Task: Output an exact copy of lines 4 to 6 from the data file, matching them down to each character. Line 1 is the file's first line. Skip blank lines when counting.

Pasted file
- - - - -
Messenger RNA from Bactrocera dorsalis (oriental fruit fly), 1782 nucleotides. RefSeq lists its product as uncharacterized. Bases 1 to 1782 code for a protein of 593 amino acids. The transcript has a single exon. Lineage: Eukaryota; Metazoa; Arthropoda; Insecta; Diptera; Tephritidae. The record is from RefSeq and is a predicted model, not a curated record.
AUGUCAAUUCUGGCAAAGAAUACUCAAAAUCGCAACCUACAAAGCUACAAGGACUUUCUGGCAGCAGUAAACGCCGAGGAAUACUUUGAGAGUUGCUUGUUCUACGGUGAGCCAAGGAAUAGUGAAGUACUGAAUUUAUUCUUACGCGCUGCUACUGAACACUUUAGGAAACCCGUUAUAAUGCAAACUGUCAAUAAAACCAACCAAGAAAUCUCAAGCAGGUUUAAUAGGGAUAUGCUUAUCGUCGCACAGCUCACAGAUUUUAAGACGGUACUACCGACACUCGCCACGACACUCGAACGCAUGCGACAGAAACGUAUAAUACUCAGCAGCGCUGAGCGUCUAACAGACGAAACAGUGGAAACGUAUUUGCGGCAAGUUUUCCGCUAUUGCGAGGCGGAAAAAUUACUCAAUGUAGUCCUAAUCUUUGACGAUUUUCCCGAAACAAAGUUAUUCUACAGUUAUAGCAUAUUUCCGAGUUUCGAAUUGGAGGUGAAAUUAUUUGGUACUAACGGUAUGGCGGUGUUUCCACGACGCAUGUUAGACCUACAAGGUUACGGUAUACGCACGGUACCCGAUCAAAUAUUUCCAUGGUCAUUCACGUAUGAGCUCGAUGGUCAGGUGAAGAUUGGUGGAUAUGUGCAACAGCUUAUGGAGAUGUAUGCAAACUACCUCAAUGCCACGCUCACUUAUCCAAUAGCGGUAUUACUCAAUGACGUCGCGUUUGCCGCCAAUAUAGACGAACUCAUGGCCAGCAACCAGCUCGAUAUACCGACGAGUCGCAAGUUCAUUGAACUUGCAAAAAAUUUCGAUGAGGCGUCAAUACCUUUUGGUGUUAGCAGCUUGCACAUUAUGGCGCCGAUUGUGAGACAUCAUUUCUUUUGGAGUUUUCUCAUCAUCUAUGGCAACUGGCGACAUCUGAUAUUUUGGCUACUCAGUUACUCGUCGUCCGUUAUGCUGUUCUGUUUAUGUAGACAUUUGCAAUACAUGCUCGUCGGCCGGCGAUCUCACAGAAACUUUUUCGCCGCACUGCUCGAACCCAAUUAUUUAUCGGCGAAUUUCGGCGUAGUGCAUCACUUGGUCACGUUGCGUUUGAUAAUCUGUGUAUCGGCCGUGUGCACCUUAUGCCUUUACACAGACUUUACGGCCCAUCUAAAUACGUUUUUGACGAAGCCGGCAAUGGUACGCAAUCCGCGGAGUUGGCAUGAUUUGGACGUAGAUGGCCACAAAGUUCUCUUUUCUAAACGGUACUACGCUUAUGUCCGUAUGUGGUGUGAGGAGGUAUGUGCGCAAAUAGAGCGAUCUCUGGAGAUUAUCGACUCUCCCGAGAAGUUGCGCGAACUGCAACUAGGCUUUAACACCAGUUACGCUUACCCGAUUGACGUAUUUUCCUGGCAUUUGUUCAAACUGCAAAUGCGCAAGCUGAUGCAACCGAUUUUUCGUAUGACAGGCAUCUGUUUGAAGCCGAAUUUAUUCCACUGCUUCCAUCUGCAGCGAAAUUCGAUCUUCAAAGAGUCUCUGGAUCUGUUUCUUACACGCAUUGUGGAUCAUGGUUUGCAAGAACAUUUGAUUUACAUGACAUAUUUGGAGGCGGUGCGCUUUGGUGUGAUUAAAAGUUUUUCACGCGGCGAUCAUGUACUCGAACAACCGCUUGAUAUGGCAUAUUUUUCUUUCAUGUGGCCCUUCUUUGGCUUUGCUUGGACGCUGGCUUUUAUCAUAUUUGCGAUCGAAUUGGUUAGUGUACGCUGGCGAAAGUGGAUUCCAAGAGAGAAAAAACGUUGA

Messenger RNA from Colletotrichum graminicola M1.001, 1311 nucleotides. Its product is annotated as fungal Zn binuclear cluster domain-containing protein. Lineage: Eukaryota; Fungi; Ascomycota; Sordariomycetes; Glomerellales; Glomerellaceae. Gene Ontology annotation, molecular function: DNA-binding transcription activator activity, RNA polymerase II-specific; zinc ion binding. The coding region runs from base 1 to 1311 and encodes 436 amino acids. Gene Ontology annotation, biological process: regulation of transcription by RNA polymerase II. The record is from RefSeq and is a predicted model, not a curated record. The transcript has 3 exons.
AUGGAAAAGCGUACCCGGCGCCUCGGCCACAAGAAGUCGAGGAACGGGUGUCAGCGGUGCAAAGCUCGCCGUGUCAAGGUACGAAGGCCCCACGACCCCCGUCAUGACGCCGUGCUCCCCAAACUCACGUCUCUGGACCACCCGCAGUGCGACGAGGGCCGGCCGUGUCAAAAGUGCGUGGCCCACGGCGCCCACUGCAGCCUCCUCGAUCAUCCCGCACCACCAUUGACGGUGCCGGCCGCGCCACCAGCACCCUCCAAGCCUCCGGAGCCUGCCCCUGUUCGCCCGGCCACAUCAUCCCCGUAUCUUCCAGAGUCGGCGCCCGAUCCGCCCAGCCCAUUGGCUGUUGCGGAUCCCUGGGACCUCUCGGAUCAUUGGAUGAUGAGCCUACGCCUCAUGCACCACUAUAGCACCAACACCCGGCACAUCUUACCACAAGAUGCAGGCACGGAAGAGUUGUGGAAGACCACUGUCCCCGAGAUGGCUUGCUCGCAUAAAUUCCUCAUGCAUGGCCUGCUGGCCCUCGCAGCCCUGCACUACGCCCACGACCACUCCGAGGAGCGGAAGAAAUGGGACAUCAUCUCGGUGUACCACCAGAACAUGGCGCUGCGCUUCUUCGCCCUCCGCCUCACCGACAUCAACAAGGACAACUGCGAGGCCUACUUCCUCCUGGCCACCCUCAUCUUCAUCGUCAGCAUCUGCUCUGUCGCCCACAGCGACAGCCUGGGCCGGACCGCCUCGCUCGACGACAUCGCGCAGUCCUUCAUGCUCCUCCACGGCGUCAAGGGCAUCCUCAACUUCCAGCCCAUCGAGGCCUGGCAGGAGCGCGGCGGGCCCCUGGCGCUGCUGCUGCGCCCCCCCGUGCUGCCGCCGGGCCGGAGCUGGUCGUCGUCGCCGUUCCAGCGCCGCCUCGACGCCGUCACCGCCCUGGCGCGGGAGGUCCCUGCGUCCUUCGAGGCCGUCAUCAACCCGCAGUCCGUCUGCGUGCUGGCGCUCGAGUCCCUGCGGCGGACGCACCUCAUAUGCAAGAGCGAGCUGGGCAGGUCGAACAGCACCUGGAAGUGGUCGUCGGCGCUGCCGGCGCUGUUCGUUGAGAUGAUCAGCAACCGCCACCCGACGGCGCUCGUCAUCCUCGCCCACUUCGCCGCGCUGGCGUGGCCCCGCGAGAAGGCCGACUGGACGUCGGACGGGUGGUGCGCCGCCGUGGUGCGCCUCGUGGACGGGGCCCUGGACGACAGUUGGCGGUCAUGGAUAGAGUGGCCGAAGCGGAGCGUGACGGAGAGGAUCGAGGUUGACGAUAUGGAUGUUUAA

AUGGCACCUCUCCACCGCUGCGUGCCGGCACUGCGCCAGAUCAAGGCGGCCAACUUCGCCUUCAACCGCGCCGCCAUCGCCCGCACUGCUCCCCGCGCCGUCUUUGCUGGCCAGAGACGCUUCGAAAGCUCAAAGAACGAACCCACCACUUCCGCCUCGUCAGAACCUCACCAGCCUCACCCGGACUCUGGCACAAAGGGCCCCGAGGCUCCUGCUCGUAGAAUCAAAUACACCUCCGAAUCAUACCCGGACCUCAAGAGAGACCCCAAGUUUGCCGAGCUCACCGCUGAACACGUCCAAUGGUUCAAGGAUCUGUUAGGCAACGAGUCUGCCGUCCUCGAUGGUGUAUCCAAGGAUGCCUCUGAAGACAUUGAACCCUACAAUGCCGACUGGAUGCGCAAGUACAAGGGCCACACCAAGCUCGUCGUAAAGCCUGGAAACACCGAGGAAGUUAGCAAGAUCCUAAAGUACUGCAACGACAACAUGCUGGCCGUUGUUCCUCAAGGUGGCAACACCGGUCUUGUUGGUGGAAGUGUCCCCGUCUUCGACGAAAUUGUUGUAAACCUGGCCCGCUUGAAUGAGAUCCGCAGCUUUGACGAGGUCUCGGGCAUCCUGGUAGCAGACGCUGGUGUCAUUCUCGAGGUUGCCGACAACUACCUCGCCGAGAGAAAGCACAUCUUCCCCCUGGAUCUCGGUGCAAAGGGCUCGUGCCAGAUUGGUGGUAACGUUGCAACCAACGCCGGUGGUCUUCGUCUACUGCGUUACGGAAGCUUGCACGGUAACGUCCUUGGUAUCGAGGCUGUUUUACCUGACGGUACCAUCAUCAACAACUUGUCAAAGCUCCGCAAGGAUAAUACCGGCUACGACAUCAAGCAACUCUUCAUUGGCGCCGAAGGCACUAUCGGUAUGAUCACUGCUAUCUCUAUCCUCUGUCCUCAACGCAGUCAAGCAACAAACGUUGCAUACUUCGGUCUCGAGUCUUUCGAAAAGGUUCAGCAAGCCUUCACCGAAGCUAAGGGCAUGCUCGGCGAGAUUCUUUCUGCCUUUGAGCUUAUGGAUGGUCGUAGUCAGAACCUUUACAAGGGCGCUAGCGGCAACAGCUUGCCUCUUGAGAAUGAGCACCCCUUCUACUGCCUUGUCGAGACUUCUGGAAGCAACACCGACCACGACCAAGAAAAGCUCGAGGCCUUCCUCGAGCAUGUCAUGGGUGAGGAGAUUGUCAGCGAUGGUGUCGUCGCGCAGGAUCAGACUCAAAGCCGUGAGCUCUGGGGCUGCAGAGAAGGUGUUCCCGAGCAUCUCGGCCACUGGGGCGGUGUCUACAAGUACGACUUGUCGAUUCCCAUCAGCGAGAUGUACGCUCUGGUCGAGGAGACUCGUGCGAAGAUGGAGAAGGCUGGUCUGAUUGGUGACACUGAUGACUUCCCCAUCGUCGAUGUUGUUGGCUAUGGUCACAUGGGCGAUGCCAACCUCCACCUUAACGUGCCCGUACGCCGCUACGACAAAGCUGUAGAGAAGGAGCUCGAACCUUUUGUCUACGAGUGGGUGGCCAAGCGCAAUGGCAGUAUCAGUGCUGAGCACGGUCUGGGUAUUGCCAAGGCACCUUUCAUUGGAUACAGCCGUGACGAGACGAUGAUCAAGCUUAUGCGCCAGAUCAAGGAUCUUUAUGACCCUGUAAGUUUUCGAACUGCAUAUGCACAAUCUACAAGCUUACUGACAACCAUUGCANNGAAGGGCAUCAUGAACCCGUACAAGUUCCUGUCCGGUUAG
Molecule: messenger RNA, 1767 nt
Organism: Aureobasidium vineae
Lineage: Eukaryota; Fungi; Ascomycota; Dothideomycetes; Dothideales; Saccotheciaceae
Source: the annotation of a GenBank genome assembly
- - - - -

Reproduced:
AUGGAAAAGCGUACCCGGCGCCUCGGCCACAAGAAGUCGAGGAACGGGUGUCAGCGGUGCAAAGCUCGCCGUGUCAAGGUACGAAGGCCCCACGACCCCCGUCAUGACGCCGUGCUCCCCAAACUCACGUCUCUGGACCACCCGCAGUGCGACGAGGGCCGGCCGUGUCAAAAGUGCGUGGCCCACGGCGCCCACUGCAGCCUCCUCGAUCAUCCCGCACCACCAUUGACGGUGCCGGCCGCGCCACCAGCACCCUCCAAGCCUCCGGAGCCUGCCCCUGUUCGCCCGGCCACAUCAUCCCCGUAUCUUCCAGAGUCGGCGCCCGAUCCGCCCAGCCCAUUGGCUGUUGCGGAUCCCUGGGACCUCUCGGAUCAUUGGAUGAUGAGCCUACGCCUCAUGCACCACUAUAGCACCAACACCCGGCACAUCUUACCACAAGAUGCAGGCACGGAAGAGUUGUGGAAGACCACUGUCCCCGAGAUGGCUUGCUCGCAUAAAUUCCUCAUGCAUGGCCUGCUGGCCCUCGCAGCCCUGCACUACGCCCACGACCACUCCGAGGAGCGGAAGAAAUGGGACAUCAUCUCGGUGUACCACCAGAACAUGGCGCUGCGCUUCUUCGCCCUCCGCCUCACCGACAUCAACAAGGACAACUGCGAGGCCUACUUCCUCCUGGCCACCCUCAUCUUCAUCGUCAGCAUCUGCUCUGUCGCCCACAGCGACAGCCUGGGCCGGACCGCCUCGCUCGACGACAUCGCGCAGUCCUUCAUGCUCCUCCACGGCGUCAAGGGCAUCCUCAACUUCCAGCCCAUCGAGGCCUGGCAGGAGCGCGGCGGGCCCCUGGCGCUGCUGCUGCGCCCCCCCGUGCUGCCGCCGGGCCGGAGCUGGUCGUCGUCGCCGUUCCAGCGCCGCCUCGACGCCGUCACCGCCCUGGCGCGGGAGGUCCCUGCGUCCUUCGAGGCCGUCAUCAACCCGCAGUCCGUCUGCGUGCUGGCGCUCGAGUCCCUGCGGCGGACGCACCUCAUAUGCAAGAGCGAGCUGGGCAGGUCGAACAGCACCUGGAAGUGGUCGUCGGCGCUGCCGGCGCUGUUCGUUGAGAUGAUCAGCAACCGCCACCCGACGGCGCUCGUCAUCCUCGCCCACUUCGCCGCGCUGGCGUGGCCCCGCGAGAAGGCCGACUGGACGUCGGACGGGUGGUGCGCCGCCGUGGUGCGCCUCGUGGACGGGGCCCUGGACGACAGUUGGCGGUCAUGGAUAGAGUGGCCGAAGCGGAGCGUGACGGAGAGGAUCGAGGUUGACGAUAUGGAUGUUUAA

AUGGCACCUCUCCACCGCUGCGUGCCGGCACUGCGCCAGAUCAAGGCGGCCAACUUCGCCUUCAACCGCGCCGCCAUCGCCCGCACUGCUCCCCGCGCCGUCUUUGCUGGCCAGAGACGCUUCGAAAGCUCAAAGAACGAACCCACCACUUCCGCCUCGUCAGAACCUCACCAGCCUCACCCGGACUCUGGCACAAAGGGCCCCGAGGCUCCUGCUCGUAGAAUCAAAUACACCUCCGAAUCAUACCCGGACCUCAAGAGAGACCCCAAGUUUGCCGAGCUCACCGCUGAACACGUCCAAUGGUUCAAGGAUCUGUUAGGCAACGAGUCUGCCGUCCUCGAUGGUGUAUCCAAGGAUGCCUCUGAAGACAUUGAACCCUACAAUGCCGACUGGAUGCGCAAGUACAAGGGCCACACCAAGCUCGUCGUAAAGCCUGGAAACACCGAGGAAGUUAGCAAGAUCCUAAAGUACUGCAACGACAACAUGCUGGCCGUUGUUCCUCAAGGUGGCAACACCGGUCUUGUUGGUGGAAGUGUCCCCGUCUUCGACGAAAUUGUUGUAAACCUGGCCCGCUUGAAUGAGAUCCGCAGCUUUGACGAGGUCUCGGGCAUCCUGGUAGCAGACGCUGGUGUCAUUCUCGAGGUUGCCGACAACUACCUCGCCGAGAGAAAGCACAUCUUCCCCCUGGAUCUCGGUGCAAAGGGCUCGUGCCAGAUUGGUGGUAACGUUGCAACCAACGCCGGUGGUCUUCGUCUACUGCGUUACGGAAGCUUGCACGGUAACGUCCUUGGUAUCGAGGCUGUUUUACCUGACGGUACCAUCAUCAACAACUUGUCAAAGCUCCGCAAGGAUAAUACCGGCUACGACAUCAAGCAACUCUUCAUUGGCGCCGAAGGCACUAUCGGUAUGAUCACUGCUAUCUCUAUCCUCUGUCCUCAACGCAGUCAAGCAACAAACGUUGCAUACUUCGGUCUCGAGUCUUUCGAAAAGGUUCAGCAAGCCUUCACCGAAGCUAAGGGCAUGCUCGGCGAGAUUCUUUCUGCCUUUGAGCUUAUGGAUGGUCGUAGUCAGAACCUUUACAAGGGCGCUAGCGGCAACAGCUUGCCUCUUGAGAAUGAGCACCCCUUCUACUGCCUUGUCGAGACUUCUGGAAGCAACACCGACCACGACCAAGAAAAGCUCGAGGCCUUCCUCGAGCAUGUCAUGGGUGAGGAGAUUGUCAGCGAUGGUGUCGUCGCGCAGGAUCAGACUCAAAGCCGUGAGCUCUGGGGCUGCAGAGAAGGUGUUCCCGAGCAUCUCGGCCACUGGGGCGGUGUCUACAAGUACGACUUGUCGAUUCCCAUCAGCGAGAUGUACGCUCUGGUCGAGGAGACUCGUGCGAAGAUGGAGAAGGCUGGUCUGAUUGGUGACACUGAUGACUUCCCCAUCGUCGAUGUUGUUGGCUAUGGUCACAUGGGCGAUGCCAACCUCCACCUUAACGUGCCCGUACGCCGCUACGACAAAGCUGUAGAGAAGGAGCUCGAACCUUUUGUCUACGAGUGGGUGGCCAAGCGCAAUGGCAGUAUCAGUGCUGAGCACGGUCUGGGUAUUGCCAAGGCACCUUUCAUUGGAUACAGCCGUGACGAGACGAUGAUCAAGCUUAUGCGCCAGAUCAAGGAUCUUUAUGACCCUGUAAGUUUUCGAACUGCAUAUGCACAAUCUACAAGCUUACUGACAACCAUUGCANNGAAGGGCAUCAUGAACCCGUACAAGUUCCUGUCCGGUUAG
Molecule: messenger RNA, 1767 nt